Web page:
Good Samaritan Vessels Rescue 36 from Burning Fishing Vessel in Remote Pacific

Mike Schuler
Total Views: 7
October 26, 2015

The 36-member crew of the Papua New Guinea-flagged 229-foot commercial purse seiner Glory Pacific No. 8 are safe following a joint rescue 2,071 miles southwest of Hawaii, Saturday. Credit: U.S. Coast Guard


The 36-member crew of a Papua New Guinea-flagged commercial purse seiner are safe following a joint rescue by good samaritan vessels and search and rescue authorities in a remote part of the Pacific Ocean approximately 2,071 miles southwest of Hawaii.

Coast Guard Watchstanders in Honolulu received a request Saturday from the Rescue Coordination Center New Zealand to provide resources after the 229-foot purse seiner Glory Pacific No. 8 reportedly caught fire in the Pacific and the full crew abandoned ship into two skiffs and several life rafts.

A U.S. Coast Guard HC-130 aircraft from Air Station Barbers Point in Honolulu was launched and able to locate the survivors and the burning vessel, which at that point was engulfed in flames and adrift. Once on scene, the aircrew was able to drop smoke flares and water to the survivors.

Meanwhile, dispatchers were able to alert the nearby AMVER-participating commercial fishing vessel Lomalo who agreed to assist.

About 10.5 hours after abandoning ship, the Lomalo arrived on scene and rescued all 36 survivors. The vessel was expected to rendezvous with the 222-foot Papua New Guinea-flagged commercial fishing vessel Pacific Journey No.1, who will take the survivors aboard and bring them to their next port of call several days from now.

Weather conditions were 6 to 12 mph winds with seas up to 10-feet and scattered showers. No injuries were reported.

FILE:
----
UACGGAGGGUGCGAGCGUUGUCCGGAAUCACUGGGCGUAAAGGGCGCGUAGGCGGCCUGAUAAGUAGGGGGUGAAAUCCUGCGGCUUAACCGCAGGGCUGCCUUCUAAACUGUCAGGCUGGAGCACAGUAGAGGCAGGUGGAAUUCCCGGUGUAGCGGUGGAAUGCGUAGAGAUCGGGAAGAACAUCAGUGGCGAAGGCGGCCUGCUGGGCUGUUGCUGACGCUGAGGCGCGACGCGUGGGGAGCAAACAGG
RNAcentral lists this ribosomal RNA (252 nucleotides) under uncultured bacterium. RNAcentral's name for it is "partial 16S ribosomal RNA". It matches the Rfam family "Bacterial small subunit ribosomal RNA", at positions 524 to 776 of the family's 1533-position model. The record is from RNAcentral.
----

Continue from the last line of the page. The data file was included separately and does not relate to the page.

Video from the rescue: 

The Coast Guard says that the rescue was possible due to the successful coordination of assets and because the crew of the Glory Pacific No. 8 activated their emergency position indicating radio beacon (EPIRB), alerting rescuers to their situation and allowed the Hercules aircrew to zero in on the survivors’ location.

“This case is a perfect example of the necessary and strong coordination between the U.S. Coast Guard and our New Zealand-based search and rescue counterparts,” said Christopher Kimbrough of Coast Guard Joint Rescue Coordination Center Honolulu. “Our combined efforts coupled with the willingness of the Lomalo crew to help, led to the successful rescue of these fisherman in a very remote part of the Pacific. The fact that the Glory Pacific crew had the emergency equipment needed to abandon ship contributed significantly to the successful rescue of the full crew.”

AMVER is sponsored by the U.S. Coast Guard and is a computer-based, voluntary global ship reporting system used worldwide by search and rescue authorities to arrange for assistance to persons in distress at sea, especially in remote areas by identifying participating nearby ships and diverting the best-suited ship or ships to respond.

The Coast Guard says that the aircraft flew a total of 4,530 miles in the operation.

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